At the base of your brain are too small almond-shaped organs called the amygdalas.  They sit deep in what’s known as the limbic system, the oldest part of our brain in terms of our evolution – the part that houses our most basic, instinctive and animalistic impulses and reactions.   Our amygdalas play a crucial role in controlling our emotions, especially fear.  They jump into action when we face any sort of threat – like a rampaging bull, a man with a gun or, er, a change programme.    When it comes to stress and anxiety, our amygdalas have a lot to answer for.   The trouble is, like the rest of the limbic brain, our amygdalas can’t answer for anything.   You see, the part of our brain that controls our feelings (good and bad) has no capacity for language.   Language, reasoning, planning and other conscious thought processes originate from the newest part of the brain – the neocortex (which is unique to mammals) or more specifically from the prefrontal cortex – the development of which puts (most of) us humans beyond the apes.    There are two reasons why this is important for communicators.   Firstly, it explains why people react instinctively to change.   When confronted with a threat – as complex changes at work could be perceived – it’s our instinctive limbic system that reacts first and generates stress.    Whilst the organisation is saying “we’d like to give you some details about the change programme” our amygdalas are waving their arms in the air shouting “run away, run away”.   Or “stand up and fight” if you’re that way inclined.    The human survival system kicks in and our behaviour becomes more irrational and unpredictable.   Or predictably unpredictable in some ways.    We might deliver award-winning, well crafted, meticulously planned and clinically executed comms but still find our audience feeling uncertain, disengaged and stressed to bits.   And that’s the key word – FEELING.    How do people FEEL when we ask them to change?  How do they FEEL when they find out they might lose their job?   How do they FEEL when they can’t ask questions?   How do they FEEL when no-one sits opposite them and asks them how they are?   It’s why good change managers (and change communicators) take account of both the hard and soft elements of the transformation.   Ironically, most organisations tend to be better at the hard, logical, practical stuff and not so good at the soft, emotional, behavioural side of change.   It’s the soft bit that’s actually hard.    Unfortunately, our ability to understand the answer to how people feel is hampered by the second reason why this stuff is important.   People can’t tell us how they really feel.    If you’re a parent, how would you put into words the love you have for your children?   If you play sport, how would you describe the feeling of winning?   If you’ve recently had a great holiday, how would you explain that sunset that took your breath away?    Hard isn’t it?   It’s why Olympic gold medallists – when asked how they feel – often say “I can’t describe it” or simple “unbelievable”.   We can’t describe why we love people –  we just do!   It’s because the part of the brain that deals with feelings doesn’t do language.   There’s a disconnect.   It’s also why we sometimes just feel a decision is the right one, without being able to explain why.   It’s why we refer to ‘gut reactions’.   My rational prefrontal cortex may say one thing, but my stomach FEELS something else.   Scientific evidence seems to suggest that ‘gut feel’ decisions made in seconds are often better than those taken after hours of rational analysis.   The advice to “go with what you feel” can often produce the best results.    In comms-speak, it’s why our first draft is usually the best one.   All of this puts effective change communication even higher up the agenda of must-haves for successful organisational change.    By understanding what people go through and anticipating how they may feel we can play our part in softening the impact of the change – controlling those screaming amygdalas!    We can put extra effort into explaining the ‘reason why’, we can manage the expectations of our leaders, we can train our line managers to provide support and empathy, we can take steps to address questions quickly, we can bring people together, we can help them articulate how they feel, we can time our messages to better reflect where people are on the change curve, we can use language that reflects their emotions.   When I run change comms workshops, I must use the ‘f’ word – FEEL – a hundred times.  I keep stressing it because I think it’s important.  I can’t explain why. I just do.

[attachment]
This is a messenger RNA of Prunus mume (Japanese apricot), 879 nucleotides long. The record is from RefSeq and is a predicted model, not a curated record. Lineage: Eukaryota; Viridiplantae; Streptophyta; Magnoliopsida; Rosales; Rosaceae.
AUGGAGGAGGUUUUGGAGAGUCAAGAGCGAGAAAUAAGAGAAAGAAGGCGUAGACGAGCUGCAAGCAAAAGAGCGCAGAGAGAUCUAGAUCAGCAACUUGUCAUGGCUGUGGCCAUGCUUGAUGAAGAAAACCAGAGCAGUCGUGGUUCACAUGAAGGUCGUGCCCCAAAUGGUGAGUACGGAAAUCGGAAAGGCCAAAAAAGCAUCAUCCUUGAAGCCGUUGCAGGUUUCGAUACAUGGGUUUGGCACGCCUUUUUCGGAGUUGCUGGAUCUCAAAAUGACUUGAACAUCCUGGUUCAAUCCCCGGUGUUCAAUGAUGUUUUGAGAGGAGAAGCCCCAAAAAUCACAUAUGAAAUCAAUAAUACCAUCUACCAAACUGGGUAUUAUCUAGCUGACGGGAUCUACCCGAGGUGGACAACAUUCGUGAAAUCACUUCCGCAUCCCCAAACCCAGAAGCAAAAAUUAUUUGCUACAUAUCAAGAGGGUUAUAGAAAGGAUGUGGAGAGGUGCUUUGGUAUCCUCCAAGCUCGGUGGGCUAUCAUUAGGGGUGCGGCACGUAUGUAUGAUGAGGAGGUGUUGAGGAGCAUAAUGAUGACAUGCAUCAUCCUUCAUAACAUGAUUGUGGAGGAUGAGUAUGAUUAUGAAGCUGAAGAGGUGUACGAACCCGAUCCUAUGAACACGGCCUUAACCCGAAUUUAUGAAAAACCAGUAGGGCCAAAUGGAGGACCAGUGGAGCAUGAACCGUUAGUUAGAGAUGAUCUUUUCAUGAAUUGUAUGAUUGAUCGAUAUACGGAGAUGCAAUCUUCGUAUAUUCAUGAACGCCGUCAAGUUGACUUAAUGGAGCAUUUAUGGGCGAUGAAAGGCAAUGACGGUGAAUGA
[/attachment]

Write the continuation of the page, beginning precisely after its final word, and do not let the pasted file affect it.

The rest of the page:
Why your next team meeting should be up a hill